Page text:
COLUMN: After sex scandal, Warriors’ Jackson must know he’s under scrutiny

Mark Jackson is not the first man to enter a “gentleman’s club” and lose his way. He is not the first individual whose extramarital affair led to criminal charges. But the Warriors’ coach is now among the many whose selfish or questionable indiscretions yielded ugly consequences – in Jackson’s case six years after he made the mystifying, monumentally stupid decision to take and send lewd photos of himself.
The Warriors on Thursday announced through a news release, and without further comment, that their coach was the victim of an alleged extortion plot after an extramarital relationship with a stripper that the coach says ended in 2006. Two individuals, the ex-stripper and her alleged accomplice, have been arrested.
Jackson, as you might expect, concedes to embarrassing himself.
This is salacious stuff, especially for an ordained minister such as Jackson, who along with his wife, Desiree, opened a church three years ago in Southern California.
Were this indicative of Jackson’s judgment and lifestyle six weeks ago or even six months ago, this would have exposed him as a hypocrite, a dapper New Yorker hiding behind religion and a smooth exterior. It would have and should have cost him his job.
Six years ago is another matter. Jackson, 47, should be six years smarter. Moreover, he is six years deeper into his faith.
Though this will not threaten Jackson’s job security, it gives the Warriors valid reason to sit with the coach in an effort to discover if there might be any more, um, unpleasant surprises. This is the second unsavory episode related to Jackson, who was hired last June. He arrived at his introductory news conference with the head usher of his church, Warren Braithwaite, who a few days later was arrested on drug-distribution charges.
Even though nothing suggests the coach is involved in criminal behavior, being connected to these matters pierces his character.
Jackson’s largely solid image, if not his reality, might have remained intact had he not turned a camera on himself and shared the results.
On the list of stupid decisions by someone with much to lose – personally, professionally and financially – spreading explicit photos of oneself ranks near the top, almost as high as getting drunk and taking the wheel.
Brett Favre allegedly did it, as did former New York congressman Anthony Weiner. The same allegation, you may recall, reached former Warriors star Monta Ellis.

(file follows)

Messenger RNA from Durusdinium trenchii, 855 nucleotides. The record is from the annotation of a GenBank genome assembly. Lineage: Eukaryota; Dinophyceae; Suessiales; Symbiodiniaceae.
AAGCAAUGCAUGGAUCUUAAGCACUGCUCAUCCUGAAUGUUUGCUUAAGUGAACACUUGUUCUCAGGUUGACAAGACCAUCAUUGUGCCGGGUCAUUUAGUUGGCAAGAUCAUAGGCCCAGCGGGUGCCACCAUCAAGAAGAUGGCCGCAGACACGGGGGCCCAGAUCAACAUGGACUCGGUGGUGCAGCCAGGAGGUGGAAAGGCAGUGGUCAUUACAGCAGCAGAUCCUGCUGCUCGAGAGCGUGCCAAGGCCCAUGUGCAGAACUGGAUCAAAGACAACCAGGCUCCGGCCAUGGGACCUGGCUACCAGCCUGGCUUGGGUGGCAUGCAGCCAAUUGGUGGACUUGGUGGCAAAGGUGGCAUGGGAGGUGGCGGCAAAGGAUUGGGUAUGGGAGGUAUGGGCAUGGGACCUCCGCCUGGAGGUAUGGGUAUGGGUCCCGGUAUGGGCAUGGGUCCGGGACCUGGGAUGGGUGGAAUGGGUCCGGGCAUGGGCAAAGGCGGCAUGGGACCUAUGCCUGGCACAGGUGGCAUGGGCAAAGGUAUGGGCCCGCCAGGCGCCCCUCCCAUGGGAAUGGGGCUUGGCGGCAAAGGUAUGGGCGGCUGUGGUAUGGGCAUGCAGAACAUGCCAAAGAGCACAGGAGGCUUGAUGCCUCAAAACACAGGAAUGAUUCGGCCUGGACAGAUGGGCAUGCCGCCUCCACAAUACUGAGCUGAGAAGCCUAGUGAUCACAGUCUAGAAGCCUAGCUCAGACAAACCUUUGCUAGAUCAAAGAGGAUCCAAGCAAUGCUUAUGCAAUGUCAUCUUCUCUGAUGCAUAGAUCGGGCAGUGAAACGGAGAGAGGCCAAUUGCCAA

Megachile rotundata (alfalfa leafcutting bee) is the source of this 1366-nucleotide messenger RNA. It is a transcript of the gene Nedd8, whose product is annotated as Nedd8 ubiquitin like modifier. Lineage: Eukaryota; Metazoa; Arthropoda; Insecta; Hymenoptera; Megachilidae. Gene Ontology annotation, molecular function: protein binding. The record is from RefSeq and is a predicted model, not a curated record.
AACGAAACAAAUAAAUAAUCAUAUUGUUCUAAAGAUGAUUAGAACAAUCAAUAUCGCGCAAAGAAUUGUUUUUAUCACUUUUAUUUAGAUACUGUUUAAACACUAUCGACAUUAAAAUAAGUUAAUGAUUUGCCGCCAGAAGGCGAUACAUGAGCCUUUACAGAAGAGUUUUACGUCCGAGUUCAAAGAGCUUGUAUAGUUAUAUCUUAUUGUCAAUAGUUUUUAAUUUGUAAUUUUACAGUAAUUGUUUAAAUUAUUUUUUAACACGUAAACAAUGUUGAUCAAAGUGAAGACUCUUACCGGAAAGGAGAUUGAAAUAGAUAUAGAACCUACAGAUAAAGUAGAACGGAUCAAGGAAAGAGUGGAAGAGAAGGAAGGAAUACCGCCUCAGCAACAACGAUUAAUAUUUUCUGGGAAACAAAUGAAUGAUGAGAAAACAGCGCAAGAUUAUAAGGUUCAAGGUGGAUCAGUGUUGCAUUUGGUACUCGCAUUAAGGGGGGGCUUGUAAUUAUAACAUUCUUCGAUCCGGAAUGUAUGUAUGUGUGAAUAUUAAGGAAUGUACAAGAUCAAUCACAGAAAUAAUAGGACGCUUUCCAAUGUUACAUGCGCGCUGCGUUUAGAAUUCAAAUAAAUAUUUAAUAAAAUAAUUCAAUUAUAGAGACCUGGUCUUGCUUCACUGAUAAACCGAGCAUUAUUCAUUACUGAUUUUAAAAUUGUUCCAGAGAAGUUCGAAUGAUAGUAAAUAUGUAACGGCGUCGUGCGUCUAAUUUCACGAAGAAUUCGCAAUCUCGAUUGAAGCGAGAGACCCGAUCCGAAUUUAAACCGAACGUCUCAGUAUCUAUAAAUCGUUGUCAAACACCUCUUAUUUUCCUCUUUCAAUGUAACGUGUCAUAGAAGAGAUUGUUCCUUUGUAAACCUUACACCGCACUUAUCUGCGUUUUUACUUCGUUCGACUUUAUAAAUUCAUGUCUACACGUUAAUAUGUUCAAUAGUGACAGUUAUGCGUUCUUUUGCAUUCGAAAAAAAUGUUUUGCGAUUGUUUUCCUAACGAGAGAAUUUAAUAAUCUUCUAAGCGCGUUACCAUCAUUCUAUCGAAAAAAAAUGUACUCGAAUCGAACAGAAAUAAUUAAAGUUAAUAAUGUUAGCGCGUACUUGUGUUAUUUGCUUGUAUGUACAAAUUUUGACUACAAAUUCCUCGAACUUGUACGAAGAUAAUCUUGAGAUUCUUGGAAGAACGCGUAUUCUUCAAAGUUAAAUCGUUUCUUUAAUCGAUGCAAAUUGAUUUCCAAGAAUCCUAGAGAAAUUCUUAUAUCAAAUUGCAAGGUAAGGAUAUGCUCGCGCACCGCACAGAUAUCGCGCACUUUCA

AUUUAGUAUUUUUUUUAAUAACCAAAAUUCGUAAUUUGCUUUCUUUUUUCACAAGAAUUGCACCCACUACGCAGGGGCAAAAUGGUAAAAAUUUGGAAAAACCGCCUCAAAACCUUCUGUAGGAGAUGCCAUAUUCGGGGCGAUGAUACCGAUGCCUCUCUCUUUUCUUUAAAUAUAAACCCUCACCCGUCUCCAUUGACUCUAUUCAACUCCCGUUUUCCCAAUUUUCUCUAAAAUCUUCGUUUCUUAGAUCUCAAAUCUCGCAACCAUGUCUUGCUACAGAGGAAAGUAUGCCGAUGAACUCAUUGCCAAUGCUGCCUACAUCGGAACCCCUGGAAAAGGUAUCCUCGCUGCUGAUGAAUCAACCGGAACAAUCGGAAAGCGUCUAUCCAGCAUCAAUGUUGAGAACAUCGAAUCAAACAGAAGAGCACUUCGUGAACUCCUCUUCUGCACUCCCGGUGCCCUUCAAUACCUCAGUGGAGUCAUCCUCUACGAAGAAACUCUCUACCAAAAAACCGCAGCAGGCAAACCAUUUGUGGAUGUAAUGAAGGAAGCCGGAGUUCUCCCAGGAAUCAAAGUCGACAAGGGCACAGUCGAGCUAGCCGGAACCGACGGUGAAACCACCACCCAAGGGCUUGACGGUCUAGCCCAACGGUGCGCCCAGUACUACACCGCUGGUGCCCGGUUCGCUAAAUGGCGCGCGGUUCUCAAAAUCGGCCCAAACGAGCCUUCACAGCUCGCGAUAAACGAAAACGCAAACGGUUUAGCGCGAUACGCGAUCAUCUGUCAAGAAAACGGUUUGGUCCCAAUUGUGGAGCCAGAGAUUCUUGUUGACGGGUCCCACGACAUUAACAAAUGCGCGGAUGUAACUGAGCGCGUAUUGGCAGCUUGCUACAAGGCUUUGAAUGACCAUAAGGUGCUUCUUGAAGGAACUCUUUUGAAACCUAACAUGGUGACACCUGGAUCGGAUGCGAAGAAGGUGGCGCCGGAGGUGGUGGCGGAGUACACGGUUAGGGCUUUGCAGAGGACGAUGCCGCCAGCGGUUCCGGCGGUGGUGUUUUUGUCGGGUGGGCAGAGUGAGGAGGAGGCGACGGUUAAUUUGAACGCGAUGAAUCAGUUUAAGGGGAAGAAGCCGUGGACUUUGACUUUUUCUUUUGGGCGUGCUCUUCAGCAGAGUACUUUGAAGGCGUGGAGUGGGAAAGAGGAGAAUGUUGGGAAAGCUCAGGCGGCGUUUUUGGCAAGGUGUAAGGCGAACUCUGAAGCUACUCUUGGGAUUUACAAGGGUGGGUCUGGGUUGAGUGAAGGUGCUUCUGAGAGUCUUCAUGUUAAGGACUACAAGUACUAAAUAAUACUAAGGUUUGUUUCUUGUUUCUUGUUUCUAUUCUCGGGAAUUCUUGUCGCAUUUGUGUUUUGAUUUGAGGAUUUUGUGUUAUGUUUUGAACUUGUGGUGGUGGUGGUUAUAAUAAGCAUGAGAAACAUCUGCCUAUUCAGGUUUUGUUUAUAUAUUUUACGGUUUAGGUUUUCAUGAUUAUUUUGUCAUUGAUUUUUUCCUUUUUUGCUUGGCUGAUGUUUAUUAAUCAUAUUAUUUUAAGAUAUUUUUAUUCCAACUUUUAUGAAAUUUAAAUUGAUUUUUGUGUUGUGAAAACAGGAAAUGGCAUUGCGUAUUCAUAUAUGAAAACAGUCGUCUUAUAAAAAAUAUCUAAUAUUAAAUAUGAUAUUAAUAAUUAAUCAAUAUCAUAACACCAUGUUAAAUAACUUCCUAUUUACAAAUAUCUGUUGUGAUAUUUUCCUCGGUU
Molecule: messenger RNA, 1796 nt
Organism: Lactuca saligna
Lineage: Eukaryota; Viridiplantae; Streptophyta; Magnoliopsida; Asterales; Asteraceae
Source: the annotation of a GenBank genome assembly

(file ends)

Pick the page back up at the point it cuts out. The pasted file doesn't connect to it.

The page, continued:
How much rum does it take to persuade someone this is a good idea?
Jackson’s affair is said to have occurred when he was employed by the YES Network as a TV analyst for New Jersey Nets games. The extortion allegedly did not begin until April 3, near the end of his first season with the Warriors.
Jackson admits to making at least one payment and three weeks later informed the Warriors. The team and the coach enlisted the assistance of the FBI, who eventually arrested ex-stripper Alexis Adams and her alleged accomplice, Marcus Shaw, the man who allegedly approached Jackson in April demanding money and threatening to release photos and phone messages to tabloids.
Surely relieved, Jackson followed the team’s acknowledgment by issuing a five-paragraph statement that read in part:
“The personal information in the extortion scheme related to a woman that I, mistakenly, had an extra-marital relationship with six years ago _ prior to joining the Warriors – when I was a TV sports analyst. I made my wife aware of the relationship at that time, apologized to her and we reconciled. Obviously, my self-centered transgression at that time is not something I’m proud of, but I’m blessed to have an incredible wife, mother and partner and I thank the Lord for her each day.
“I recognize the extremely poor judgment that I used both in having an affair six years ago – including the embarrassing communication I exhibited during that time – and in attempting to deal with the extortion scheme at first by myself. I made some egregious errors. I apologize for any embarrassment I may have caused my family, friends and, of course, the Warriors.
“At that time in my life, I was not (a pastor). Three years ago, my wife and I established a ministry. With deepest regret, I want to apologize to my Church Family.”
As a statement of regret and apology, Jackson’s comes across as sincere and well-conceived. That’s more than can be said of his act of exhibitionism.
Jackson should get through this; his family apparently already has. The Warriors, who made it clear they don’t condone Jackson’s behavior, probably will forgive.
As long as the coach convinces players he’s no phony, this won’t affect his ability to lead. He must know, however, that every eye in the building is watching his every move.
(c)2012 The Oakland Tribune (Oakland, Calif.)
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